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Brazilian sesame conquer the Middle East

Posted by Mateus Ramos

Image: Pixabay



Anyone who thinks that sesame is a cereal used only in hamburger bread is sadly mistaken. The delicacy is used in countless Arab dishes, such as halawa, tahini, among other sweet and savory recipes used daily in Arab life. In view of this important market strand, Brazilian rural producers began to invest in planting the cereal with a view to exports to the Middle East. Thomas Raad, commodities trader and managing partner of Raad International Trading, points out that when he discovered that Brazil was planting sesame, he identified a possible connection to the region due to the high demand and custom of using this food in Arab cuisine.



According to Raad, currently the largest world producers are Myanmar, Tanzania, India and China. “However, Brazilian sesame has quality to compete and is managing to keep up with international prices. Most of our customers were surprised, because they did not know that Brazil planted, ”he says.


He says that the first shipment of Brazilian sesame was in 2018, produced in the state of Mato Grosso and exported to Jordan. "It was at a time when the market was still absolutely deserted," he says.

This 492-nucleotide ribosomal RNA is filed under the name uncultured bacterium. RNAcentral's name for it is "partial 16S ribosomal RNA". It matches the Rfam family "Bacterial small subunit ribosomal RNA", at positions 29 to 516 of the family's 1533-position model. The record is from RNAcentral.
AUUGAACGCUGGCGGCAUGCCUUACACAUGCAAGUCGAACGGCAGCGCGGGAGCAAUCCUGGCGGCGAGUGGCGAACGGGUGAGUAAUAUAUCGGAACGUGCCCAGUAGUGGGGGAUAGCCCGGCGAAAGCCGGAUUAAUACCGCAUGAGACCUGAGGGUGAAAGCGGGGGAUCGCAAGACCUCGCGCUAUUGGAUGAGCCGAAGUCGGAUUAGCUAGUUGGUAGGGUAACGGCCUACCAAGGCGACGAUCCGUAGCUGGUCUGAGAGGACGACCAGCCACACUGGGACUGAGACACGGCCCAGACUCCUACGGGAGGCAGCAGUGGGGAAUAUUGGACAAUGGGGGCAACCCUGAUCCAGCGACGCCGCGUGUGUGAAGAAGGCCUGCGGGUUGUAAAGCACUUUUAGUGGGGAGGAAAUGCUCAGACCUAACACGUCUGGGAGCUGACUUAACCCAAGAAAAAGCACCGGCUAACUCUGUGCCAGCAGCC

Raad points out that he has been doing work to show Brazilian producers that there is a possibility of entering new international agribusiness markets, leaving the binomial soy and corn. “Although we are in a heated price phase, we need to diversify. Brazil has too much land that can be used in a million ways. We are taking an alternative crop to these producers and offering their product to the international market ”, he reports.

The commodities trader also informs that the growth potential of Brazilian sesame exports is great. Although they are also cereal producers, last year India released imports of the product from Brazil with very high demand from the Asian country. "We are currently awaiting the release of imports from China," he informs.

The world market for sesame consumption is expected to reach 9.5 million tons by 2025. “We want to position Brazil in order to take advantage of this demand for the product”, concludes Raad.

By: Aline Merladete | Agrolink